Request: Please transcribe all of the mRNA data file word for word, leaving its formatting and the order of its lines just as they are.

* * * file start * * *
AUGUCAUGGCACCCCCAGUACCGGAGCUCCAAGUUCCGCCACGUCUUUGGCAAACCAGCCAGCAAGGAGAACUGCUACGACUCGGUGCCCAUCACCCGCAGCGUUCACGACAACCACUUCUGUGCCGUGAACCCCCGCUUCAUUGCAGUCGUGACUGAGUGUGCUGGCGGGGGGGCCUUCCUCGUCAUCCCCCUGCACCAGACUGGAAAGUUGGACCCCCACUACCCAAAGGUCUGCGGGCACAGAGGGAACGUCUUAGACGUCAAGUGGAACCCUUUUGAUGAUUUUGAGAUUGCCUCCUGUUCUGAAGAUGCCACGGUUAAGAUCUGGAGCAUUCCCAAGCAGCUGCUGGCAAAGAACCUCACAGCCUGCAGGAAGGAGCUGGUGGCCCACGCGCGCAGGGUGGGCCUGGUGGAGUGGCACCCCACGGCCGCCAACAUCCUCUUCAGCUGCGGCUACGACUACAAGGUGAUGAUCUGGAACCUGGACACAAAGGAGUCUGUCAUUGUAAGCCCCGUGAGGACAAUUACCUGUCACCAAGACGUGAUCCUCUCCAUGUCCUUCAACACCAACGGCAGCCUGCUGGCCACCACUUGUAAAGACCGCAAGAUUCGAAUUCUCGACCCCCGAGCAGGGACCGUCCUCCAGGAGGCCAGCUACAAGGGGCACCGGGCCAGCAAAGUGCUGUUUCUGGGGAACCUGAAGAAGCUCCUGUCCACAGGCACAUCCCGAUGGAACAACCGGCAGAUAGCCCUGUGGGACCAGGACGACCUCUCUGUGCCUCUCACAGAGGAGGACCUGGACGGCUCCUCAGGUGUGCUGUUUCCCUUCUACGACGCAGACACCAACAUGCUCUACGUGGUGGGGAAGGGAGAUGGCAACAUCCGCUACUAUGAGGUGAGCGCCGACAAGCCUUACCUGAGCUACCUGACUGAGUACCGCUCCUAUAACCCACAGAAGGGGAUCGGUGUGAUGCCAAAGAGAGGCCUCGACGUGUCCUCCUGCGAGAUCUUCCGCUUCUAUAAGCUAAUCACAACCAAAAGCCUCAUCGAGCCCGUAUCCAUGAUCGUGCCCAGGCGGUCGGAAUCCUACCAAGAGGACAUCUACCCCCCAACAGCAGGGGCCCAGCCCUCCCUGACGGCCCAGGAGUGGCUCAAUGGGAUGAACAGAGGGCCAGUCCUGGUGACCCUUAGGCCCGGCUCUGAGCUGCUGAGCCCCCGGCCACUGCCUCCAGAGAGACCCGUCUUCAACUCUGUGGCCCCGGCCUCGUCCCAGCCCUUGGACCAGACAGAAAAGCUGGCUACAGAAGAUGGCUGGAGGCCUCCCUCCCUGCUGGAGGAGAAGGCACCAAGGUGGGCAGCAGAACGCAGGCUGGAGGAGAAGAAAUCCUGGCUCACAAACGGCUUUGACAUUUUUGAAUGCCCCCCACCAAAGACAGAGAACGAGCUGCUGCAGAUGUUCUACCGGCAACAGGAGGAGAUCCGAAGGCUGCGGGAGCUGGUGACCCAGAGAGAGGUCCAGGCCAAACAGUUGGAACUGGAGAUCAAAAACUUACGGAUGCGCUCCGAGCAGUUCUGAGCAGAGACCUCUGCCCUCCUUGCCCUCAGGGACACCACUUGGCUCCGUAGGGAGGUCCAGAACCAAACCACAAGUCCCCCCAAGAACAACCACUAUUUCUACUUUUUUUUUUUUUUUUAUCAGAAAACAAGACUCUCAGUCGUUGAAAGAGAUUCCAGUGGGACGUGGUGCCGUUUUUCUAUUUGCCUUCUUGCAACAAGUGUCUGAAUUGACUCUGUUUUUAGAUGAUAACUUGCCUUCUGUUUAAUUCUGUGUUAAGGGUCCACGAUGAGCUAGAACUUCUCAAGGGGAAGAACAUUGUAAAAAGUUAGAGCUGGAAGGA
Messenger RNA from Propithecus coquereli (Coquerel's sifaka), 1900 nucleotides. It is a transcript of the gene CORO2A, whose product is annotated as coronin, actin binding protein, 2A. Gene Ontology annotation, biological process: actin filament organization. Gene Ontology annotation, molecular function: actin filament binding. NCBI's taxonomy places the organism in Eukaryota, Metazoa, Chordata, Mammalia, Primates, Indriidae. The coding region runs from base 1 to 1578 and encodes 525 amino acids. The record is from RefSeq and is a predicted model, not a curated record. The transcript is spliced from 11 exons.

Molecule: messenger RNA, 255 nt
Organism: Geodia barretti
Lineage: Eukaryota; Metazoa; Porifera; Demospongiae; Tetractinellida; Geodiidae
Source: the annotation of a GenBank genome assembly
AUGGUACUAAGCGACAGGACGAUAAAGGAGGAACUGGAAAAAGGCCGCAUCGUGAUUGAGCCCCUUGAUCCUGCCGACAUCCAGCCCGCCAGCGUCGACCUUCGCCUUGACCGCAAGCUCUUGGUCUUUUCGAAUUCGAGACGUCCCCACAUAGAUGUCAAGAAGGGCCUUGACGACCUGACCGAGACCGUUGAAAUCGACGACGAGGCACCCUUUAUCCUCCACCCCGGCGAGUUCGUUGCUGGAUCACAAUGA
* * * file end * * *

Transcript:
AUGUCAUGGCACCCCCAGUACCGGAGCUCCAAGUUCCGCCACGUCUUUGGCAAACCAGCCAGCAAGGAGAACUGCUACGACUCGGUGCCCAUCACCCGCAGCGUUCACGACAACCACUUCUGUGCCGUGAACCCCCGCUUCAUUGCAGUCGUGACUGAGUGUGCUGGCGGGGGGGCCUUCCUCGUCAUCCCCCUGCACCAGACUGGAAAGUUGGACCCCCACUACCCAAAGGUCUGCGGGCACAGAGGGAACGUCUUAGACGUCAAGUGGAACCCUUUUGAUGAUUUUGAGAUUGCCUCCUGUUCUGAAGAUGCCACGGUUAAGAUCUGGAGCAUUCCCAAGCAGCUGCUGGCAAAGAACCUCACAGCCUGCAGGAAGGAGCUGGUGGCCCACGCGCGCAGGGUGGGCCUGGUGGAGUGGCACCCCACGGCCGCCAACAUCCUCUUCAGCUGCGGCUACGACUACAAGGUGAUGAUCUGGAACCUGGACACAAAGGAGUCUGUCAUUGUAAGCCCCGUGAGGACAAUUACCUGUCACCAAGACGUGAUCCUCUCCAUGUCCUUCAACACCAACGGCAGCCUGCUGGCCACCACUUGUAAAGACCGCAAGAUUCGAAUUCUCGACCCCCGAGCAGGGACCGUCCUCCAGGAGGCCAGCUACAAGGGGCACCGGGCCAGCAAAGUGCUGUUUCUGGGGAACCUGAAGAAGCUCCUGUCCACAGGCACAUCCCGAUGGAACAACCGGCAGAUAGCCCUGUGGGACCAGGACGACCUCUCUGUGCCUCUCACAGAGGAGGACCUGGACGGCUCCUCAGGUGUGCUGUUUCCCUUCUACGACGCAGACACCAACAUGCUCUACGUGGUGGGGAAGGGAGAUGGCAACAUCCGCUACUAUGAGGUGAGCGCCGACAAGCCUUACCUGAGCUACCUGACUGAGUACCGCUCCUAUAACCCACAGAAGGGGAUCGGUGUGAUGCCAAAGAGAGGCCUCGACGUGUCCUCCUGCGAGAUCUUCCGCUUCUAUAAGCUAAUCACAACCAAAAGCCUCAUCGAGCCCGUAUCCAUGAUCGUGCCCAGGCGGUCGGAAUCCUACCAAGAGGACAUCUACCCCCCAACAGCAGGGGCCCAGCCCUCCCUGACGGCCCAGGAGUGGCUCAAUGGGAUGAACAGAGGGCCAGUCCUGGUGACCCUUAGGCCCGGCUCUGAGCUGCUGAGCCCCCGGCCACUGCCUCCAGAGAGACCCGUCUUCAACUCUGUGGCCCCGGCCUCGUCCCAGCCCUUGGACCAGACAGAAAAGCUGGCUACAGAAGAUGGCUGGAGGCCUCCCUCCCUGCUGGAGGAGAAGGCACCAAGGUGGGCAGCAGAACGCAGGCUGGAGGAGAAGAAAUCCUGGCUCACAAACGGCUUUGACAUUUUUGAAUGCCCCCCACCAAAGACAGAGAACGAGCUGCUGCAGAUGUUCUACCGGCAACAGGAGGAGAUCCGAAGGCUGCGGGAGCUGGUGACCCAGAGAGAGGUCCAGGCCAAACAGUUGGAACUGGAGAUCAAAAACUUACGGAUGCGCUCCGAGCAGUUCUGAGCAGAGACCUCUGCCCUCCUUGCCCUCAGGGACACCACUUGGCUCCGUAGGGAGGUCCAGAACCAAACCACAAGUCCCCCCAAGAACAACCACUAUUUCUACUUUUUUUUUUUUUUUUAUCAGAAAACAAGACUCUCAGUCGUUGAAAGAGAUUCCAGUGGGACGUGGUGCCGUUUUUCUAUUUGCCUUCUUGCAACAAGUGUCUGAAUUGACUCUGUUUUUAGAUGAUAACUUGCCUUCUGUUUAAUUCUGUGUUAAGGGUCCACGAUGAGCUAGAACUUCUCAAGGGGAAGAACAUUGUAAAAAGUUAGAGCUGGAAGGA
Messenger RNA from Propithecus coquereli (Coquerel's sifaka), 1900 nucleotides. It is a transcript of the gene CORO2A, whose product is annotated as coronin, actin binding protein, 2A. Gene Ontology annotation, biological process: actin filament organization. Gene Ontology annotation, molecular function: actin filament binding. NCBI's taxonomy places the organism in Eukaryota, Metazoa, Chordata, Mammalia, Primates, Indriidae. The coding region runs from base 1 to 1578 and encodes 525 amino acids. The record is from RefSeq and is a predicted model, not a curated record. The transcript is spliced from 11 exons.

Molecule: messenger RNA, 255 nt
Organism: Geodia barretti
Lineage: Eukaryota; Metazoa; Porifera; Demospongiae; Tetractinellida; Geodiidae
Source: the annotation of a GenBank genome assembly
AUGGUACUAAGCGACAGGACGAUAAAGGAGGAACUGGAAAAAGGCCGCAUCGUGAUUGAGCCCCUUGAUCCUGCCGACAUCCAGCCCGCCAGCGUCGACCUUCGCCUUGACCGCAAGCUCUUGGUCUUUUCGAAUUCGAGACGUCCCCACAUAGAUGUCAAGAAGGGCCUUGACGACCUGACCGAGACCGUUGAAAUCGACGACGAGGCACCCUUUAUCCUCCACCCCGGCGAGUUCGUUGCUGGAUCACAAUGA